Whatever your plan includes, be sure to give yourself plenty of time to prepare. Research a pleasant outing or day trip. Shop for needed supplies. If your list includes cuddling under a blanket, with a cup of hot cocoa (mini-marshmallows on top) while watching several rented movies with a pleasantly scented candle nearby, you will want to make your trip to the video and grocery store in advance. Most stores close or keep earlier hours during the holidays. You don't want your Holiday Plan foiled because you are caught empty handed.

Happy holiday planning, everyone!

Sandy Andrews, PhD is a Clinical Psychologist and Psychotherapist 
teaching CBT in South Austin

October 12, 2016

When Someone You Care About Is Grieving

Many years ago a very good friend of mine lost her husband. He died suddenly.  They were married a few short years. She was grief stricken. Inconsolable. I visited her whenever I could.  Tried to cheer her up but I failed miserably.  There was no cheering, I found.  I would leave her home, sit in my car, and feel helpless.  I couldn't make her feel better, I got that.  But worse, I didn't know what to say.  What does one say when someone has lost the love of their life?  Or their mother. Their child.

The Christi Center of Austin is a support network available for those recovering after a loved one has died. They "offer hope after the death of a loved one by providing support networks, community education and therapeutic activities that are free, peer-based, and ongoing."  On their website they provide numerous suggestions for those of us who want to offer comfort but don't know What to Say, including:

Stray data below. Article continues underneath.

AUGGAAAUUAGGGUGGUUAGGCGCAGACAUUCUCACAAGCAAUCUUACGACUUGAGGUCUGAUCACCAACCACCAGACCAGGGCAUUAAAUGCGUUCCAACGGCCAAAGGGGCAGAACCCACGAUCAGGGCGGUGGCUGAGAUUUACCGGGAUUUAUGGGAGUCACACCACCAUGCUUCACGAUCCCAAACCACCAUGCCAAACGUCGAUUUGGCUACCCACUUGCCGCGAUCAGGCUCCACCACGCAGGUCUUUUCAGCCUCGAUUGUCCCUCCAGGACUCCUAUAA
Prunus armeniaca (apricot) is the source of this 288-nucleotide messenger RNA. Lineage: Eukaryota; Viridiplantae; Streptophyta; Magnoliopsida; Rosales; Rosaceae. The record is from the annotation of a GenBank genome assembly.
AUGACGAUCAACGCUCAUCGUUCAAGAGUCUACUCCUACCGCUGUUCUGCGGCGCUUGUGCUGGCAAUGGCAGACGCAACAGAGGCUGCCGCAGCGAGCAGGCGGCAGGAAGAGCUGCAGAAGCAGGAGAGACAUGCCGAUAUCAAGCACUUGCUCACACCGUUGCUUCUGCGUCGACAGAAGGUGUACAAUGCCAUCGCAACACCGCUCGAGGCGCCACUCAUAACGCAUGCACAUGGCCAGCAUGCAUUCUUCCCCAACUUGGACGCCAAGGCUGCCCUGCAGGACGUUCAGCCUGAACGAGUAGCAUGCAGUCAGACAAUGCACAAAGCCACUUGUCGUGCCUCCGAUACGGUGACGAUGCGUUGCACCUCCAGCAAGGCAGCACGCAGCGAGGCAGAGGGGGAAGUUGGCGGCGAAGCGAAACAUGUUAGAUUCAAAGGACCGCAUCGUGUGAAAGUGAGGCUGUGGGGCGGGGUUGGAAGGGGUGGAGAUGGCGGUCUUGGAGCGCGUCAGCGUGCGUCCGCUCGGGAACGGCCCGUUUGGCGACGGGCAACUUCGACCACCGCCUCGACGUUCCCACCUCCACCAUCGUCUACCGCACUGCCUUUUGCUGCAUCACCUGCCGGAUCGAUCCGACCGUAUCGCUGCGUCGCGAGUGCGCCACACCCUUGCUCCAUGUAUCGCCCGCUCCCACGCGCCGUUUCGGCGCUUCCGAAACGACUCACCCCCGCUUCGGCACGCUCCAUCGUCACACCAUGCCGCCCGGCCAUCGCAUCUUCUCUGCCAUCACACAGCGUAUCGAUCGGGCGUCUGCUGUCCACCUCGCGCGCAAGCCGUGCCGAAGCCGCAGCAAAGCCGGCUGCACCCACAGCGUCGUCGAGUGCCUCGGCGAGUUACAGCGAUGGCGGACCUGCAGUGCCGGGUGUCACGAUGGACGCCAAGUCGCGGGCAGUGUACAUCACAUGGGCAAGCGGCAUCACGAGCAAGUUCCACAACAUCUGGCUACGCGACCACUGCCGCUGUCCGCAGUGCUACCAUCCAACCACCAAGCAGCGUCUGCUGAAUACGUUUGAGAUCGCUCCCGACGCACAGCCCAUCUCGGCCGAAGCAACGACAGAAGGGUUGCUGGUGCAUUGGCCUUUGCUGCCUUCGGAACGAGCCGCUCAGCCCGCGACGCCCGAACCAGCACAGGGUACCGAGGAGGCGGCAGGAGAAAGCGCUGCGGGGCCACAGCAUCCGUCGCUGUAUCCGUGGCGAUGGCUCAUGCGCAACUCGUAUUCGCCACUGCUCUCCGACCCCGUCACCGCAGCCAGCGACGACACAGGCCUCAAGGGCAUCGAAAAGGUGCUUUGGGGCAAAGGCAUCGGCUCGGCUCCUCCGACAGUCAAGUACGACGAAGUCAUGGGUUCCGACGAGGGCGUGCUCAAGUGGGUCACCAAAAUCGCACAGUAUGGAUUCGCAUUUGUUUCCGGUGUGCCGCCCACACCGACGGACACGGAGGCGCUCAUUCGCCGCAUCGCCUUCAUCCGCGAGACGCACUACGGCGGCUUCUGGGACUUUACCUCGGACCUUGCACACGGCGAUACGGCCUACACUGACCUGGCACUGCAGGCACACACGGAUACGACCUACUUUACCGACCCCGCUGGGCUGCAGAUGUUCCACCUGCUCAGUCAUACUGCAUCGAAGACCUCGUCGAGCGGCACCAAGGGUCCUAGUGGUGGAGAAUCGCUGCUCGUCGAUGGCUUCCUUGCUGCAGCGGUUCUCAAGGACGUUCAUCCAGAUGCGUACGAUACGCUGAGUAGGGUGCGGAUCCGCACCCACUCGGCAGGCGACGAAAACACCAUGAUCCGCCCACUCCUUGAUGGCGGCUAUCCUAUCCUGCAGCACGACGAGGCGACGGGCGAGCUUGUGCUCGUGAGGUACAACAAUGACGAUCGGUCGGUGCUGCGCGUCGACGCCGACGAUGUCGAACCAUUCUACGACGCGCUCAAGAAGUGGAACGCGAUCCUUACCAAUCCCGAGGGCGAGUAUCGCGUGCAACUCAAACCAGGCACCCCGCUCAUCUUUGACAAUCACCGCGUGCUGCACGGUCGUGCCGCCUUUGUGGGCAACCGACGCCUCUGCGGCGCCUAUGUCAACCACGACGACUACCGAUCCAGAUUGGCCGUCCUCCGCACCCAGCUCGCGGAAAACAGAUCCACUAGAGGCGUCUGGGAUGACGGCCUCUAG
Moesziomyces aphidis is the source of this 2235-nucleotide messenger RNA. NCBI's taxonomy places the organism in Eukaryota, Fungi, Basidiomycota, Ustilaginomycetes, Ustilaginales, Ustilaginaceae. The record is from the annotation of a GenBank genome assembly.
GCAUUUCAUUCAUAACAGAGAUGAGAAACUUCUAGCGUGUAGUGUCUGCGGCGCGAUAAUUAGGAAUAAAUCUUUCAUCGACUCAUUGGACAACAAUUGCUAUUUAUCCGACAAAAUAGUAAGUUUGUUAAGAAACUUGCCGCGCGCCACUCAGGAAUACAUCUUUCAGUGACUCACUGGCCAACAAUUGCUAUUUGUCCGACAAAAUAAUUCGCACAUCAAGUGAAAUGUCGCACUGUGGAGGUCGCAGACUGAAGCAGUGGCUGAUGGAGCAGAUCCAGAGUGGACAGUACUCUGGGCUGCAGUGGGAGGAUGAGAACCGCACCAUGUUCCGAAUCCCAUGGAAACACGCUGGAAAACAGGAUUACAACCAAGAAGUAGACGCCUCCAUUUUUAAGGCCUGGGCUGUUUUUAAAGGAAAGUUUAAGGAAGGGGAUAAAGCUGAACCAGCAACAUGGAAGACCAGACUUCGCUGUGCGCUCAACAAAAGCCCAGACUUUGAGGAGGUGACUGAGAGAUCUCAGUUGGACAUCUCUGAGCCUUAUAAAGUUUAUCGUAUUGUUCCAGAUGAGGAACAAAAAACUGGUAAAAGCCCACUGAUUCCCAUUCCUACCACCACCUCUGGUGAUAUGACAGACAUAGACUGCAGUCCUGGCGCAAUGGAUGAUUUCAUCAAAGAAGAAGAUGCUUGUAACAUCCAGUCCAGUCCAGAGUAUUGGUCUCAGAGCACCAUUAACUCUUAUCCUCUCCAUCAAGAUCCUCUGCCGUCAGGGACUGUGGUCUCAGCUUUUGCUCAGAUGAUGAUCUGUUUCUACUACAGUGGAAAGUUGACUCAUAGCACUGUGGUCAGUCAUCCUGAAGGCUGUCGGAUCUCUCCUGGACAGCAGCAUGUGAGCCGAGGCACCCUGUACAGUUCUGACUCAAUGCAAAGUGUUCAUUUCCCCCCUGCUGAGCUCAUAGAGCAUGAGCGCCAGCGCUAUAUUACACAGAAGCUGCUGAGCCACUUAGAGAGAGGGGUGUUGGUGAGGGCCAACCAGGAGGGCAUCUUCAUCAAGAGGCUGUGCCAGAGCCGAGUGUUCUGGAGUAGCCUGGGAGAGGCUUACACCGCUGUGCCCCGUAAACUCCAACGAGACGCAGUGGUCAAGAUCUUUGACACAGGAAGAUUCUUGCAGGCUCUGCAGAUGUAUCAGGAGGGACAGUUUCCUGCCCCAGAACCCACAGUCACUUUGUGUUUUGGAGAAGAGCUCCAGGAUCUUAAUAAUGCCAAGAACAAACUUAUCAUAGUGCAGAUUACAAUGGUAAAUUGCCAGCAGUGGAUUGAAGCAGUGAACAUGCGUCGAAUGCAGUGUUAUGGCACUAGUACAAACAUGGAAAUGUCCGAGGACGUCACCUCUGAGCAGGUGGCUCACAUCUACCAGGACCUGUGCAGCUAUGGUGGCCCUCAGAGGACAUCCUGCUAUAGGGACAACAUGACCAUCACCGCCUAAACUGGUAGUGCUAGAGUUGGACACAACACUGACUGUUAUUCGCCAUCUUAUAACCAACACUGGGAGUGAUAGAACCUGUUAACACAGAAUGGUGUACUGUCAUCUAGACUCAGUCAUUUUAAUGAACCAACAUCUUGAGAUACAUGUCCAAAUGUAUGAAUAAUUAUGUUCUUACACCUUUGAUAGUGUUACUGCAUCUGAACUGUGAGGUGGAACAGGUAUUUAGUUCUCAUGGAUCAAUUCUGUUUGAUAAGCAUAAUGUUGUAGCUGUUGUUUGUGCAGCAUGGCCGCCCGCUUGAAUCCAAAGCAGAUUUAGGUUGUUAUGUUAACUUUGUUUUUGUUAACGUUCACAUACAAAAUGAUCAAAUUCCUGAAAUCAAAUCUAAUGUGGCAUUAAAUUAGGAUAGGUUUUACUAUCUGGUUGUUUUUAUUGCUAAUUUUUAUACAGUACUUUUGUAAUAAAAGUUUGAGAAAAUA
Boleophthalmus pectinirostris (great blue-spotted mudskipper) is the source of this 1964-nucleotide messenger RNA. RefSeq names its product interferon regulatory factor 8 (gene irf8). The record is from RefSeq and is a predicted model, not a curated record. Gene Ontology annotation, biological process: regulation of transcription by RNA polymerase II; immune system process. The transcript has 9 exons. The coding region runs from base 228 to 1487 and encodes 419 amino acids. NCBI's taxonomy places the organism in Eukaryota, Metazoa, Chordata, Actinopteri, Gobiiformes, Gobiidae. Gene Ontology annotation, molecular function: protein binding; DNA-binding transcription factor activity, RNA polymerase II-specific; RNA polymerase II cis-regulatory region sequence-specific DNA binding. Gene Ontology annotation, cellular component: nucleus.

-Acknowledge the loss – “I heard that your _________ died.” It is ok to use the word “died”.
-Be genuine and honest – “I don’t know what to say, but I just want you to know that I care and I’m here for you.”
-The loved one’s name – “________” was a good person and a dear friend of mine. I will miss him/her.” Talk openly about the person who died.
-Ask how they feel – “Please tell me what you’re feeling right now – I have never been through something like this and I am here to listen whenever you are ready.” And then listen without judgment.
-Accept silence – “We don’t need to talk about this right now if you don’t want to – just know that I’m here when you need me.”
-Let them know they’re not alone – “We all need help at times like this – I’m just a phone call away, anytime.”
-Offer support – “Tell me what I can do for you.”
-Nothing – sit in silence, and just be with the person. Give them a hug or hold their hand.

AVOID saying things like “At least she is in a better place”, “There is a reason for everything”, “God needs him/her with him”, “I know how you feel”, “Be strong”, and “It has been awhile – you must get over this”. Minimizing, attempting to justify/explain, and putting a timeframe on the loss are not helpful at all.

Sandy Andrews, PhD  is a Clinical Psychologist / Therapist who provides CBT in Austin, Texas